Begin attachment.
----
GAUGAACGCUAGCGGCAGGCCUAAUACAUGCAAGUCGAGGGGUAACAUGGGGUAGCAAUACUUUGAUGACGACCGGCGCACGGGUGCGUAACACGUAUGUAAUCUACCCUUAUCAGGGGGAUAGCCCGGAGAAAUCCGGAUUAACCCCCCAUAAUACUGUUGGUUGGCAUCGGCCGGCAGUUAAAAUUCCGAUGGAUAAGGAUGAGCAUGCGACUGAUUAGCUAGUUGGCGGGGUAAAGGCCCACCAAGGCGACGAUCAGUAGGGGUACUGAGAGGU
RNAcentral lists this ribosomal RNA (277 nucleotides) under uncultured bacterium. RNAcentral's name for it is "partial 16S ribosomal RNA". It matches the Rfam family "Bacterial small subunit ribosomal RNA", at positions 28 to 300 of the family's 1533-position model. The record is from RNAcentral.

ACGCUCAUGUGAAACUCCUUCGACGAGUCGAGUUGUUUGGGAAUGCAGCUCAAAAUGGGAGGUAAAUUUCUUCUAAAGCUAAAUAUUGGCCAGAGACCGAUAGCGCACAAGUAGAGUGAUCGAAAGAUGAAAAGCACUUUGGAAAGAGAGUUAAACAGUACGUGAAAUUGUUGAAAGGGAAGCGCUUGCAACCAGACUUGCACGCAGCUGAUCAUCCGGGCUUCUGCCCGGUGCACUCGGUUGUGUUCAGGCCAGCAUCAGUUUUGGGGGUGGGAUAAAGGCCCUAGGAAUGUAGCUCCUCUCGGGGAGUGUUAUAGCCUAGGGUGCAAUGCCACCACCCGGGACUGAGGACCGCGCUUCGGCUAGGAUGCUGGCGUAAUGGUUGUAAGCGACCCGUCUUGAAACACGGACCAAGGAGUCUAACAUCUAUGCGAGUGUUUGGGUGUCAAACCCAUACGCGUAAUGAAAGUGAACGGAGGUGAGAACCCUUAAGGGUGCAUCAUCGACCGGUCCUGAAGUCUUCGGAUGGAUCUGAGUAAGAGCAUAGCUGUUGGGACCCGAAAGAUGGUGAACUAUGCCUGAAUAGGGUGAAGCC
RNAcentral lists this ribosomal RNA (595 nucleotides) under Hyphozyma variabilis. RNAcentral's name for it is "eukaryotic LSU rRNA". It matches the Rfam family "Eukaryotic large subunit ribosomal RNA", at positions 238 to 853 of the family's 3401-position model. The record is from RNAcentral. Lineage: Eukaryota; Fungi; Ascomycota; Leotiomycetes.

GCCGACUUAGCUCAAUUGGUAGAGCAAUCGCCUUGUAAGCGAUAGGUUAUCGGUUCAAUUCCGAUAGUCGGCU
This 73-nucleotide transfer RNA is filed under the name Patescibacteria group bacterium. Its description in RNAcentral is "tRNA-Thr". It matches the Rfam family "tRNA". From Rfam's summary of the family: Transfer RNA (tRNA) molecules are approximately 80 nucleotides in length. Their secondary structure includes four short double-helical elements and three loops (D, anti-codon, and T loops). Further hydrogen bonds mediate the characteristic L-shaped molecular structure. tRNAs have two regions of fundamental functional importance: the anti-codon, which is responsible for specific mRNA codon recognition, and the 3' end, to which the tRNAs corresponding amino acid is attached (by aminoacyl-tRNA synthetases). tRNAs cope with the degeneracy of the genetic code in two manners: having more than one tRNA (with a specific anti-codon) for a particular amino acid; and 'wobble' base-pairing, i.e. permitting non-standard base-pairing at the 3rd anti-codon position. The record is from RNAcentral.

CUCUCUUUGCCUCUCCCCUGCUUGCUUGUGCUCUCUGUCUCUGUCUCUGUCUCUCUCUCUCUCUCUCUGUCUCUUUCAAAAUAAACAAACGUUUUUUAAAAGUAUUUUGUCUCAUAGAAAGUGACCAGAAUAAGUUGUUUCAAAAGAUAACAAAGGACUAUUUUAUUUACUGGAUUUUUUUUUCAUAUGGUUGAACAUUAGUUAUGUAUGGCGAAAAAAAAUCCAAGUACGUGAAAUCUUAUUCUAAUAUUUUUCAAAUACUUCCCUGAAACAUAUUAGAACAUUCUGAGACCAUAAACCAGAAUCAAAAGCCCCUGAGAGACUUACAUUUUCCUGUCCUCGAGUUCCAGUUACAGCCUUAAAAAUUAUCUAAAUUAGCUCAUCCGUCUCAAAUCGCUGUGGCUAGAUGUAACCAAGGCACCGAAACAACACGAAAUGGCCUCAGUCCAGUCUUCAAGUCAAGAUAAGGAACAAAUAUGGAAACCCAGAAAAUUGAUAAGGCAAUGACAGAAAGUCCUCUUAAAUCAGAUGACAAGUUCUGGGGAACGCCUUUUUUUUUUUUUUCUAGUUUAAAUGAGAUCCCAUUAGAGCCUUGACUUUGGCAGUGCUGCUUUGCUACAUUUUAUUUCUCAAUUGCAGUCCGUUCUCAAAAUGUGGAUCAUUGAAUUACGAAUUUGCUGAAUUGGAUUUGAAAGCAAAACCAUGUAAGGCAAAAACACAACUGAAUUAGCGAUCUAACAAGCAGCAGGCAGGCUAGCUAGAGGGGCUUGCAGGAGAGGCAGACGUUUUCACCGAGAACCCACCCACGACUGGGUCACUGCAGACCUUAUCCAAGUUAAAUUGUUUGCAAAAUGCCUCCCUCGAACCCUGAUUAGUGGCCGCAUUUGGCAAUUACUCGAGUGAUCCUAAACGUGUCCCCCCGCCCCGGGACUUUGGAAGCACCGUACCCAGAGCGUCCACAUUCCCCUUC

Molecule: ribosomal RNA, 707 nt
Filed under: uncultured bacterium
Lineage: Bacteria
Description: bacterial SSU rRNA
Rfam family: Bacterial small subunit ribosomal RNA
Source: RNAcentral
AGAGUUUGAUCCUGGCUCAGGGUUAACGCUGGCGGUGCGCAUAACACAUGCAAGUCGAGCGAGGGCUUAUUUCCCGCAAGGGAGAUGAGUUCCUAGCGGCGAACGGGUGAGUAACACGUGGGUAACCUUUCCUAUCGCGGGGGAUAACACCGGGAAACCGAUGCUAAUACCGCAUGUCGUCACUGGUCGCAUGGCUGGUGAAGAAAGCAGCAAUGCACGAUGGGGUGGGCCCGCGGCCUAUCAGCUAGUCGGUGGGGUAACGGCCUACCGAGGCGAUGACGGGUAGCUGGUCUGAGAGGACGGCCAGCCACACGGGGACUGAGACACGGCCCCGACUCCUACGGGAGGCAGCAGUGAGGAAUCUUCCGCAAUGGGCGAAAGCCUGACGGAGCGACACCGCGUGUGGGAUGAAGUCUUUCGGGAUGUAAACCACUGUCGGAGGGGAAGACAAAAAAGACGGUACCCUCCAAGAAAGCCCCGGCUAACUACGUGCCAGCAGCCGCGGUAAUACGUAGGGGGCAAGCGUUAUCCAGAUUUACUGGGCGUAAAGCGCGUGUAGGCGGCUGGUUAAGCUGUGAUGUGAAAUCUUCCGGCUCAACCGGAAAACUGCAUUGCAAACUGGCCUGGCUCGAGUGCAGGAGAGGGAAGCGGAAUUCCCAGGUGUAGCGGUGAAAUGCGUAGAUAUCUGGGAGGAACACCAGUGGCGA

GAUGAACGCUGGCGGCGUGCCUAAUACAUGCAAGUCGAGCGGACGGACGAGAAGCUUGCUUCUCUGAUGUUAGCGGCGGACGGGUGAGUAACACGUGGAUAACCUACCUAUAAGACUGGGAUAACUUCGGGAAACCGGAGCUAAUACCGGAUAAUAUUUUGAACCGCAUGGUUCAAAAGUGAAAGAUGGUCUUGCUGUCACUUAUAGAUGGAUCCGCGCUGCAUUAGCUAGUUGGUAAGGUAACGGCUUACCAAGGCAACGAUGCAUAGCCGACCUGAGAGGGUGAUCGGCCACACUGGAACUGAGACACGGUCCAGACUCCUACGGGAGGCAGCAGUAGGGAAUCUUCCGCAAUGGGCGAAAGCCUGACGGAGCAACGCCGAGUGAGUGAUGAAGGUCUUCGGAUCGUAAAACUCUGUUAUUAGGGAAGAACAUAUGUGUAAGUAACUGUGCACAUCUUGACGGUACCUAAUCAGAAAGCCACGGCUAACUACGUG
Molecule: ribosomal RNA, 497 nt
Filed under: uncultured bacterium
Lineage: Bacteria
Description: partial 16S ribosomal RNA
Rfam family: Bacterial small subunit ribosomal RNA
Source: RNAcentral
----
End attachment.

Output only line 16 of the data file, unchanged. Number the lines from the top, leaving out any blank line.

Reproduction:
Molecule: ribosomal RNA, 497 nt